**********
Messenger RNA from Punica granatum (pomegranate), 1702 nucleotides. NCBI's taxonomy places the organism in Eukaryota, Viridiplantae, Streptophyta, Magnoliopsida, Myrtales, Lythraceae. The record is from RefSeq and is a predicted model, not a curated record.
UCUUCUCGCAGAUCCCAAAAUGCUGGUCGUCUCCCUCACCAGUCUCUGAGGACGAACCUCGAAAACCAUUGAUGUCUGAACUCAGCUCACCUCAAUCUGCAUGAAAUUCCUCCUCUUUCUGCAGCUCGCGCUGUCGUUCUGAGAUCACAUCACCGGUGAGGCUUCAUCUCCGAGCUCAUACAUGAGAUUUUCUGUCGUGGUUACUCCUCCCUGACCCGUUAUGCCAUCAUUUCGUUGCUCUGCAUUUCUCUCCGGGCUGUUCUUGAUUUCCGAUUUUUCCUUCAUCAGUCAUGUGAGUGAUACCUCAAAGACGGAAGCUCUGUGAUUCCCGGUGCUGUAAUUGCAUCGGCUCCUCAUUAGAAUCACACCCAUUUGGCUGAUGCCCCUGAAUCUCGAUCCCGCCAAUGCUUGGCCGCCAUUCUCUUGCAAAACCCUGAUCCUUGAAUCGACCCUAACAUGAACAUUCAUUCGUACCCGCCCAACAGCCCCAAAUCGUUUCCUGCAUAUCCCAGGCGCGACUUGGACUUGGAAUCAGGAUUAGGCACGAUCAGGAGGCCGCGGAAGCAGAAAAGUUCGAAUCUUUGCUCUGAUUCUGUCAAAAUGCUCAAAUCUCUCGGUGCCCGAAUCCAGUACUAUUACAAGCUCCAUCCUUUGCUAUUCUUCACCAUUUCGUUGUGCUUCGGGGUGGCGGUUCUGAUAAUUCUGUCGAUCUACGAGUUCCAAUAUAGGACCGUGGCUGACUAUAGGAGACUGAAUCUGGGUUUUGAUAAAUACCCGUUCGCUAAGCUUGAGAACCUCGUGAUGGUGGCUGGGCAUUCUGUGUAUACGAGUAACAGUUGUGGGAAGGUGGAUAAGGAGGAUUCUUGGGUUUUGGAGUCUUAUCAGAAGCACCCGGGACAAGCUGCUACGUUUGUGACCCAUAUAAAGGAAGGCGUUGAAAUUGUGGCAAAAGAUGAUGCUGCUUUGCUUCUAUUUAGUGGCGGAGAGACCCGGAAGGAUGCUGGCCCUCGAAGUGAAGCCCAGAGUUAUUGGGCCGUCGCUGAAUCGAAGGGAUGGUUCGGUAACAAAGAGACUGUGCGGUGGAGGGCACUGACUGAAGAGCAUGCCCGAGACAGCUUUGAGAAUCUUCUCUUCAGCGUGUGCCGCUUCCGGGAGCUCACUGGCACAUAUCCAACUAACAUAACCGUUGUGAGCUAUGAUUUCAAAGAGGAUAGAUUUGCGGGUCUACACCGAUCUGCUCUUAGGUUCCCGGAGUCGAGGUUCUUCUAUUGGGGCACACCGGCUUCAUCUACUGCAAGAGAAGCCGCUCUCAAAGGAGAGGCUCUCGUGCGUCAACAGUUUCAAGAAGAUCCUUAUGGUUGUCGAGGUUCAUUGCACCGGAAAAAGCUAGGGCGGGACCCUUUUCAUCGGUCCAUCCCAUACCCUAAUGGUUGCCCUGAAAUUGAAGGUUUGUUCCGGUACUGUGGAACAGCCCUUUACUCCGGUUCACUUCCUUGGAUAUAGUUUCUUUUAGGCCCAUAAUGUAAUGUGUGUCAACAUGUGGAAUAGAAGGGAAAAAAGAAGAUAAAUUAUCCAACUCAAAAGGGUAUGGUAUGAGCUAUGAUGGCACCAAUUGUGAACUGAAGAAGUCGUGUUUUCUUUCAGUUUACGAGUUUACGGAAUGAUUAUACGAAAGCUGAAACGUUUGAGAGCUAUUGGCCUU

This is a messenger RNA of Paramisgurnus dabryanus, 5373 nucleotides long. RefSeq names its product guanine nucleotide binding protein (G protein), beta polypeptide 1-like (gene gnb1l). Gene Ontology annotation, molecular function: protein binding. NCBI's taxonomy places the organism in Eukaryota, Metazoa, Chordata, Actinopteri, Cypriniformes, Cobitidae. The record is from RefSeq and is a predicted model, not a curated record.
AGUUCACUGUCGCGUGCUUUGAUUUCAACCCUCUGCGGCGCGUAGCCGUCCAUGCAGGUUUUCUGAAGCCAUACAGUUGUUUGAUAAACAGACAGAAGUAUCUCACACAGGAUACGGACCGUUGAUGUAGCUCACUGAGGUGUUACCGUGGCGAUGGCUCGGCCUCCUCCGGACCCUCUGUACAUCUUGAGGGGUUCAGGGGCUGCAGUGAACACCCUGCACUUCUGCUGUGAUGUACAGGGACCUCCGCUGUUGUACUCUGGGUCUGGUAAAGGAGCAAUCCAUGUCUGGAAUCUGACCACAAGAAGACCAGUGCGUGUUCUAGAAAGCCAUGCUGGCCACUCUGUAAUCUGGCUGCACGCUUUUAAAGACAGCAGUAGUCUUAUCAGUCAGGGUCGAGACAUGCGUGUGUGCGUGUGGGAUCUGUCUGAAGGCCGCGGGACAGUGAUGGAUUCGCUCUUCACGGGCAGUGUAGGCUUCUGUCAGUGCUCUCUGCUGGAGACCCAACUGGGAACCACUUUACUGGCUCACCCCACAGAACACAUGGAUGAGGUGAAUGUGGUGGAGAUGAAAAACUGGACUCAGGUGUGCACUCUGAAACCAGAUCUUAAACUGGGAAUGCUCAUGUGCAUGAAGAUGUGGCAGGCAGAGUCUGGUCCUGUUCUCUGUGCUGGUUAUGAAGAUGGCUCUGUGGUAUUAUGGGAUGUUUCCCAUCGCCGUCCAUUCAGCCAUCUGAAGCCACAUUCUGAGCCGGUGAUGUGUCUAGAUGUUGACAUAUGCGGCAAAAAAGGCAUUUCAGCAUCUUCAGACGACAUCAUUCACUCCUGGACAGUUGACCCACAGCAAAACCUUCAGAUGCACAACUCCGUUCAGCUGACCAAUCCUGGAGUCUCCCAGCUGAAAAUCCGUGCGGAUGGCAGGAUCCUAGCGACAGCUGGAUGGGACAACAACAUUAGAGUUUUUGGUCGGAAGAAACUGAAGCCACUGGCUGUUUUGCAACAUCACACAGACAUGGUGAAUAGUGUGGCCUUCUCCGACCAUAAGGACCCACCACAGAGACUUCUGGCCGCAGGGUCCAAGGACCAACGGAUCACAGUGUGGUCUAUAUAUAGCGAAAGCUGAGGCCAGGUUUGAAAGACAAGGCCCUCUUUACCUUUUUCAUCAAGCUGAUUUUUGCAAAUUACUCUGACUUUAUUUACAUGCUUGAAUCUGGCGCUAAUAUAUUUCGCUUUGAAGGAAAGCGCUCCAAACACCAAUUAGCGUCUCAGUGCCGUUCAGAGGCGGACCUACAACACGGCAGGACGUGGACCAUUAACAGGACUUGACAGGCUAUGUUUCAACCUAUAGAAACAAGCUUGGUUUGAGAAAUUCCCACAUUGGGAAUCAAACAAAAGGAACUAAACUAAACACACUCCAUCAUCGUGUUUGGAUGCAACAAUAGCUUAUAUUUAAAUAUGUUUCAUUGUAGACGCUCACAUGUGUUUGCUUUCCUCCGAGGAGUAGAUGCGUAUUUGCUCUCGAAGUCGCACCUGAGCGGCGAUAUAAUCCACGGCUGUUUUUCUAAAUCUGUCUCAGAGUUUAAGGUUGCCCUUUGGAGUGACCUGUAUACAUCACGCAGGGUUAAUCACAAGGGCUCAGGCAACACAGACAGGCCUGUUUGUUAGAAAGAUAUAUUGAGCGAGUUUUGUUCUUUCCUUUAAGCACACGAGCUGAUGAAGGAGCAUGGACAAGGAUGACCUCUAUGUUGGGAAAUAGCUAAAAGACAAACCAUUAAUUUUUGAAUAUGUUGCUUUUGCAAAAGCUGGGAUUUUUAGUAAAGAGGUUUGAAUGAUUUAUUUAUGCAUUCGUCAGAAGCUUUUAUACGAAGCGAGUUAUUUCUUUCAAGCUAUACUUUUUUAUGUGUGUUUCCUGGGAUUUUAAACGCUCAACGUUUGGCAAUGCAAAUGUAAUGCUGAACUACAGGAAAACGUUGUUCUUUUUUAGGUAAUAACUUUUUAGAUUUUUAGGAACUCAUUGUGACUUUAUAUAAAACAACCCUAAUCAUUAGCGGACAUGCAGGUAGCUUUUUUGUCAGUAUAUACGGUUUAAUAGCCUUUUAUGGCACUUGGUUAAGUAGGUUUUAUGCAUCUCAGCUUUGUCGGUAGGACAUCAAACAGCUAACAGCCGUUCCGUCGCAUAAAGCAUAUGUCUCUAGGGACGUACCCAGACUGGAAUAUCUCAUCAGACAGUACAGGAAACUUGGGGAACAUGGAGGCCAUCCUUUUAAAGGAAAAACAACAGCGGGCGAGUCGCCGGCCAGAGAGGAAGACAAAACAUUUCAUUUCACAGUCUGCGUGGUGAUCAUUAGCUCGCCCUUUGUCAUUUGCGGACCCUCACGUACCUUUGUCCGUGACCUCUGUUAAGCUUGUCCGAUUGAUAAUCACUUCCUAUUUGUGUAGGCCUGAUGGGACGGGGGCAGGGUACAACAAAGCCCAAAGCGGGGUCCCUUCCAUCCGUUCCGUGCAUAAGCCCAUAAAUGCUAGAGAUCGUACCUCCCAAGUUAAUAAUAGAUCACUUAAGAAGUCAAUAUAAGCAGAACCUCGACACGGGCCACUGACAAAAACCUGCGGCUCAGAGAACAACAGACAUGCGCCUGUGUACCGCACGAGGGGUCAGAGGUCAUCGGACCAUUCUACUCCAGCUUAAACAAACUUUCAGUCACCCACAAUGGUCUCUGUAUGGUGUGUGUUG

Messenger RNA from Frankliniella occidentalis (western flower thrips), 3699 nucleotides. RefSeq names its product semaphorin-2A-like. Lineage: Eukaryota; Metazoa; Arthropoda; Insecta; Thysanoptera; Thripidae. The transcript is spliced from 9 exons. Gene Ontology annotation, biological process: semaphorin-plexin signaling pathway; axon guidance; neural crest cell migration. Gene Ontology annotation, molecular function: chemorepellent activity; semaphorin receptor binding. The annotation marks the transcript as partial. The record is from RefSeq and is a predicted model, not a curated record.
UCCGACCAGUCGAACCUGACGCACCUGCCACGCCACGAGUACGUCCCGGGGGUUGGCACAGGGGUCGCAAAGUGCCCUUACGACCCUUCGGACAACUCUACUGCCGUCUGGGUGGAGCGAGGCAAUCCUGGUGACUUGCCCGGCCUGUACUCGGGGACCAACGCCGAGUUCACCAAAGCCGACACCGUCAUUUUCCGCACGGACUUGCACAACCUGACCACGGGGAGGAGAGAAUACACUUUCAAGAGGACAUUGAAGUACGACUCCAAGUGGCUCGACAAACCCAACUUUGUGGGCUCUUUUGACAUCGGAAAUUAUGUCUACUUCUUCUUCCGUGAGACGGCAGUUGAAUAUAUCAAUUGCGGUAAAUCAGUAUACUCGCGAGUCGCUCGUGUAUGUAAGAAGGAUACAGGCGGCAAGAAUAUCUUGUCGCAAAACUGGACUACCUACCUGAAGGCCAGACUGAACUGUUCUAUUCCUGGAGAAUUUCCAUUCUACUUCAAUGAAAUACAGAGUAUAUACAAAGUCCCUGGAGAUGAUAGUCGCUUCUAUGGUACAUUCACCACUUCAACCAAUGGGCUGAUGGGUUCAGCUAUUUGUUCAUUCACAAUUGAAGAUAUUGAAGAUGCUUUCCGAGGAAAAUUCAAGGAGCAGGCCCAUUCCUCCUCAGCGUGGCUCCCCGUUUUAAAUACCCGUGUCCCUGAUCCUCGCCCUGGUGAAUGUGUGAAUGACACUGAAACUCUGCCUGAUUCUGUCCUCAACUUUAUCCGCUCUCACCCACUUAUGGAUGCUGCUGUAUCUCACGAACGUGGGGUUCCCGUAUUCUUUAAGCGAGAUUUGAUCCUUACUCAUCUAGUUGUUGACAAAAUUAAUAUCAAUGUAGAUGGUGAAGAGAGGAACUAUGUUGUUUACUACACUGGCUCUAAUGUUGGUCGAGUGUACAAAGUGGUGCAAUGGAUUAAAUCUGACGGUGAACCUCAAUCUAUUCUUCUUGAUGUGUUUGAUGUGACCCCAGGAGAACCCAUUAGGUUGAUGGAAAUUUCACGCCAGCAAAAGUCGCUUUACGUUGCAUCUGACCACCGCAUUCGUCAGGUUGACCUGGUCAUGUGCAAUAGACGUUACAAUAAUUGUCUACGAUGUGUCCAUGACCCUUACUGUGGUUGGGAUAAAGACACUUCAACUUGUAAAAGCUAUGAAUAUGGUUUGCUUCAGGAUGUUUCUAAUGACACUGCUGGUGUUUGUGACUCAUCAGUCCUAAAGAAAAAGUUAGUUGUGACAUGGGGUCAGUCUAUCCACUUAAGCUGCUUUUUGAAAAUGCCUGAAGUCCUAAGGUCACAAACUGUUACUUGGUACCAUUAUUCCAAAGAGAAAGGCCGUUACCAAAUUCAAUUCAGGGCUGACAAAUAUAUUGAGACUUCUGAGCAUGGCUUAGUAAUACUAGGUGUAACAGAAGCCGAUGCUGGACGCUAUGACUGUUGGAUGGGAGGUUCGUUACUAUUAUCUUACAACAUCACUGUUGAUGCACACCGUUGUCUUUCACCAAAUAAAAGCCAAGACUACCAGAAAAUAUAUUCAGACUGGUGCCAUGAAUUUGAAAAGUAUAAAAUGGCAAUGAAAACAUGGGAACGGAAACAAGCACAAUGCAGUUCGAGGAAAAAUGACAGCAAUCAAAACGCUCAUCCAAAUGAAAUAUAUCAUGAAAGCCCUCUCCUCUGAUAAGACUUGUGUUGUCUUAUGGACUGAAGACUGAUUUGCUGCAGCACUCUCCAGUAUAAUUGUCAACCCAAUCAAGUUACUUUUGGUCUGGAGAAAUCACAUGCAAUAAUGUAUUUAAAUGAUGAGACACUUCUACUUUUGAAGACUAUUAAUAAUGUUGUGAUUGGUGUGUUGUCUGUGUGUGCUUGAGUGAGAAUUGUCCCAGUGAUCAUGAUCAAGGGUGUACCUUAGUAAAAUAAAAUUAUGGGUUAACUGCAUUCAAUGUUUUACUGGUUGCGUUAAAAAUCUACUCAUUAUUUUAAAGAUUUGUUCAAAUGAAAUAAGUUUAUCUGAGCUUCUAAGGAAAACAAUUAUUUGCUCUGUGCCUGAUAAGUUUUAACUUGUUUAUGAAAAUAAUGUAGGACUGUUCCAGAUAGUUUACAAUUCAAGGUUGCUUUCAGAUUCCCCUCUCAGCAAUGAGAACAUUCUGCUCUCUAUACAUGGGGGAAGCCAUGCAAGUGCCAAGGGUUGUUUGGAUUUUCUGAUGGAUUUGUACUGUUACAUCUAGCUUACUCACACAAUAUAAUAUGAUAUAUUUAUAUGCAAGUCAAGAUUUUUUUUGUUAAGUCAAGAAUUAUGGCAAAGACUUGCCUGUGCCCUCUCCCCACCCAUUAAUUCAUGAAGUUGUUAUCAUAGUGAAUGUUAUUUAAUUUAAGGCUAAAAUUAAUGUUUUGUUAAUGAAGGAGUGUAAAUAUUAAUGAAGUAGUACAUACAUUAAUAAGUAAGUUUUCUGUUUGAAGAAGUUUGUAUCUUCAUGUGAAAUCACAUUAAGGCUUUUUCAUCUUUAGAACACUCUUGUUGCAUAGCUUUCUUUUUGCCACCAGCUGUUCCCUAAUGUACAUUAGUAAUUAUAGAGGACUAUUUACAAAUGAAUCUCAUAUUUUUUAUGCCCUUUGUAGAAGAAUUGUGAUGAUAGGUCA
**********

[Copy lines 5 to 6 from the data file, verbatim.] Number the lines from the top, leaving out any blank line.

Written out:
Messenger RNA from Frankliniella occidentalis (western flower thrips), 3699 nucleotides. RefSeq names its product semaphorin-2A-like. Lineage: Eukaryota; Metazoa; Arthropoda; Insecta; Thysanoptera; Thripidae. The transcript is spliced from 9 exons. Gene Ontology annotation, biological process: semaphorin-plexin signaling pathway; axon guidance; neural crest cell migration. Gene Ontology annotation, molecular function: chemorepellent activity; semaphorin receptor binding. The annotation marks the transcript as partial. The record is from RefSeq and is a predicted model, not a curated record.
UCCGACCAGUCGAACCUGACGCACCUGCCACGCCACGAGUACGUCCCGGGGGUUGGCACAGGGGUCGCAAAGUGCCCUUACGACCCUUCGGACAACUCUACUGCCGUCUGGGUGGAGCGAGGCAAUCCUGGUGACUUGCCCGGCCUGUACUCGGGGACCAACGCCGAGUUCACCAAAGCCGACACCGUCAUUUUCCGCACGGACUUGCACAACCUGACCACGGGGAGGAGAGAAUACACUUUCAAGAGGACAUUGAAGUACGACUCCAAGUGGCUCGACAAACCCAACUUUGUGGGCUCUUUUGACAUCGGAAAUUAUGUCUACUUCUUCUUCCGUGAGACGGCAGUUGAAUAUAUCAAUUGCGGUAAAUCAGUAUACUCGCGAGUCGCUCGUGUAUGUAAGAAGGAUACAGGCGGCAAGAAUAUCUUGUCGCAAAACUGGACUACCUACCUGAAGGCCAGACUGAACUGUUCUAUUCCUGGAGAAUUUCCAUUCUACUUCAAUGAAAUACAGAGUAUAUACAAAGUCCCUGGAGAUGAUAGUCGCUUCUAUGGUACAUUCACCACUUCAACCAAUGGGCUGAUGGGUUCAGCUAUUUGUUCAUUCACAAUUGAAGAUAUUGAAGAUGCUUUCCGAGGAAAAUUCAAGGAGCAGGCCCAUUCCUCCUCAGCGUGGCUCCCCGUUUUAAAUACCCGUGUCCCUGAUCCUCGCCCUGGUGAAUGUGUGAAUGACACUGAAACUCUGCCUGAUUCUGUCCUCAACUUUAUCCGCUCUCACCCACUUAUGGAUGCUGCUGUAUCUCACGAACGUGGGGUUCCCGUAUUCUUUAAGCGAGAUUUGAUCCUUACUCAUCUAGUUGUUGACAAAAUUAAUAUCAAUGUAGAUGGUGAAGAGAGGAACUAUGUUGUUUACUACACUGGCUCUAAUGUUGGUCGAGUGUACAAAGUGGUGCAAUGGAUUAAAUCUGACGGUGAACCUCAAUCUAUUCUUCUUGAUGUGUUUGAUGUGACCCCAGGAGAACCCAUUAGGUUGAUGGAAAUUUCACGCCAGCAAAAGUCGCUUUACGUUGCAUCUGACCACCGCAUUCGUCAGGUUGACCUGGUCAUGUGCAAUAGACGUUACAAUAAUUGUCUACGAUGUGUCCAUGACCCUUACUGUGGUUGGGAUAAAGACACUUCAACUUGUAAAAGCUAUGAAUAUGGUUUGCUUCAGGAUGUUUCUAAUGACACUGCUGGUGUUUGUGACUCAUCAGUCCUAAAGAAAAAGUUAGUUGUGACAUGGGGUCAGUCUAUCCACUUAAGCUGCUUUUUGAAAAUGCCUGAAGUCCUAAGGUCACAAACUGUUACUUGGUACCAUUAUUCCAAAGAGAAAGGCCGUUACCAAAUUCAAUUCAGGGCUGACAAAUAUAUUGAGACUUCUGAGCAUGGCUUAGUAAUACUAGGUGUAACAGAAGCCGAUGCUGGACGCUAUGACUGUUGGAUGGGAGGUUCGUUACUAUUAUCUUACAACAUCACUGUUGAUGCACACCGUUGUCUUUCACCAAAUAAAAGCCAAGACUACCAGAAAAUAUAUUCAGACUGGUGCCAUGAAUUUGAAAAGUAUAAAAUGGCAAUGAAAACAUGGGAACGGAAACAAGCACAAUGCAGUUCGAGGAAAAAUGACAGCAAUCAAAACGCUCAUCCAAAUGAAAUAUAUCAUGAAAGCCCUCUCCUCUGAUAAGACUUGUGUUGUCUUAUGGACUGAAGACUGAUUUGCUGCAGCACUCUCCAGUAUAAUUGUCAACCCAAUCAAGUUACUUUUGGUCUGGAGAAAUCACAUGCAAUAAUGUAUUUAAAUGAUGAGACACUUCUACUUUUGAAGACUAUUAAUAAUGUUGUGAUUGGUGUGUUGUCUGUGUGUGCUUGAGUGAGAAUUGUCCCAGUGAUCAUGAUCAAGGGUGUACCUUAGUAAAAUAAAAUUAUGGGUUAACUGCAUUCAAUGUUUUACUGGUUGCGUUAAAAAUCUACUCAUUAUUUUAAAGAUUUGUUCAAAUGAAAUAAGUUUAUCUGAGCUUCUAAGGAAAACAAUUAUUUGCUCUGUGCCUGAUAAGUUUUAACUUGUUUAUGAAAAUAAUGUAGGACUGUUCCAGAUAGUUUACAAUUCAAGGUUGCUUUCAGAUUCCCCUCUCAGCAAUGAGAACAUUCUGCUCUCUAUACAUGGGGGAAGCCAUGCAAGUGCCAAGGGUUGUUUGGAUUUUCUGAUGGAUUUGUACUGUUACAUCUAGCUUACUCACACAAUAUAAUAUGAUAUAUUUAUAUGCAAGUCAAGAUUUUUUUUGUUAAGUCAAGAAUUAUGGCAAAGACUUGCCUGUGCCCUCUCCCCACCCAUUAAUUCAUGAAGUUGUUAUCAUAGUGAAUGUUAUUUAAUUUAAGGCUAAAAUUAAUGUUUUGUUAAUGAAGGAGUGUAAAUAUUAAUGAAGUAGUACAUACAUUAAUAAGUAAGUUUUCUGUUUGAAGAAGUUUGUAUCUUCAUGUGAAAUCACAUUAAGGCUUUUUCAUCUUUAGAACACUCUUGUUGCAUAGCUUUCUUUUUGCCACCAGCUGUUCCCUAAUGUACAUUAGUAAUUAUAGAGGACUAUUUACAAAUGAAUCUCAUAUUUUUUAUGCCCUUUGUAGAAGAAUUGUGAUGAUAGGUCA